As part of a campaign in favour of the commencement of the promised Part 2 of the Leveson Inquiry into the “Culture, Practices and Ethics of the Press” Hacked Off has published a document [pdf] refuting a number of the myths that have been promoted in the press concerning this Inquiry.
The document deals with eight “myths” as follows:
MYTH: Enough time and money has been spent on Leveson already; the time and money and strain on judicial resources isn’t worth it
- Leveson Part 1 cost £5.4 million and took 15 months. By comparison, many other inquiries cost more and take longer.
- The £50 million widely cited in anti-Leveson newspapers refers to the combined cost of Part 1 of the Inquiry (£5.4 million) and the three primary police investigations, Operations Elveden, Tuleta, and Weeting (including Operation Golding).
- These investigated a wide range of offences, with resultant prosecution and trial costs totalling £43.7 million. More than 40 people were convicted.
- By contrast News Corp spent an estimated £63 million on these trials, as well as a £16.1 million severance package and a further £5.3 million payment to Rebekah Brooks. The larger and more powerful the company, the more public resources are required to investigate it.
- News Corp has also paid out more than $500m in legal fees and damages in civil claims and stands to pay out more if Leveson Part 2 uncovers more wrongdoing.
MYTH: Hardly any journalists were found guilty so there’s nothing left to investigate
- Not true. 10 of the 40 convicted were journalists.
- The other 30 comprised 11 police officers and police staff and 19 other public officials.
- There were thousands of victims of phone hacking, blagging and other types of illegal conduct by newspapers. This is rarely reported in the mainstream press.
MYTH: Leveson 2 just wants to re-run the trials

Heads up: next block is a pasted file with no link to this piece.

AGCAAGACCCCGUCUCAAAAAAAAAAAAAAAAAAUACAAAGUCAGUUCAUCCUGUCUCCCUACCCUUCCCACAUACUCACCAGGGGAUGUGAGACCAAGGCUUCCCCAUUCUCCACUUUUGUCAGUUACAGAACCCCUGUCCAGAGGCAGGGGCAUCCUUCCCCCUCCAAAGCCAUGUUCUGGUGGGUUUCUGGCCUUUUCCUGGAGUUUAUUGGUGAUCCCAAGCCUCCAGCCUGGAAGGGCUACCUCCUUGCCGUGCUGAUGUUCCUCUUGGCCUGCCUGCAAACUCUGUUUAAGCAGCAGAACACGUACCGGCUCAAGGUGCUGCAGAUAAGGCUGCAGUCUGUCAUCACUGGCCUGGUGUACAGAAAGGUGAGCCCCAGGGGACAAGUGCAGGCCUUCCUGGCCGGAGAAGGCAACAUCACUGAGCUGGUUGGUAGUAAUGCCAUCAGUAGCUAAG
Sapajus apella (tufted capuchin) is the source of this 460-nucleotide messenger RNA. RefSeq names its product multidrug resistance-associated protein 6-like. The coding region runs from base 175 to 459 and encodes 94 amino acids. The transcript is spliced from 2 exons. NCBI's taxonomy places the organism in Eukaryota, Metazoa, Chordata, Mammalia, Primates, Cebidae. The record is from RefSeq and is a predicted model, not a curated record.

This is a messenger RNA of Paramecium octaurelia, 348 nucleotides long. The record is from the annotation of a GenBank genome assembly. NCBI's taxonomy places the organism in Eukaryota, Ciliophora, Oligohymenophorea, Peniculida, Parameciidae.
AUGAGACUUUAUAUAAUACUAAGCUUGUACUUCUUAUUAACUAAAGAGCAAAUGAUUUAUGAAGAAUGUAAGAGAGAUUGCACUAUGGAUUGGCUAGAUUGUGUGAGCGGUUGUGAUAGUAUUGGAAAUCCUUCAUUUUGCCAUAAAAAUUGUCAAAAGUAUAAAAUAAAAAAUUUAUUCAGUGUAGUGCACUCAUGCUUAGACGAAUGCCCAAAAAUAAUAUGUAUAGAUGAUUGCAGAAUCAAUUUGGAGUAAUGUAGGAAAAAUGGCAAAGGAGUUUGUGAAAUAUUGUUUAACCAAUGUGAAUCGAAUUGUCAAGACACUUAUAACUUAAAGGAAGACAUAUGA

- Trials tell us if individuals are guilty of specific acts. Inquiries shine a light on corruption and the culture of misconduct within an organization.
- They can provide information and answers which press and police are seeking to cover up.
MYTH: There’s nothing left to investigate and it’s unlikely to make any new recommendations
- Only half the job has been done. The Leveson Inquiry was always supposed to take place in two parts.
- Part 1 looked into press regulation but not the specifics of any wrongdoing, the conspiracies or the cover-up. Part 2 could not begin until the criminal and civil trials had been completed, which they now have.
- Vital issues raised in the Terms of Reference for Part 2 have not been investigated. The trials have not asked how major newspaper corporations developed and maintained a culture of criminality over many years, damaging the lives of numerous victims.
- Anything less than a full inquiry into these issues would be a betrayal of victims.
MYTH: Phone-hacking is a historic problem
- Many of the executives who presided over this practice and used the results in their newspapers are still in charge. In addition, new evidence of hacking and police corruption has emerged.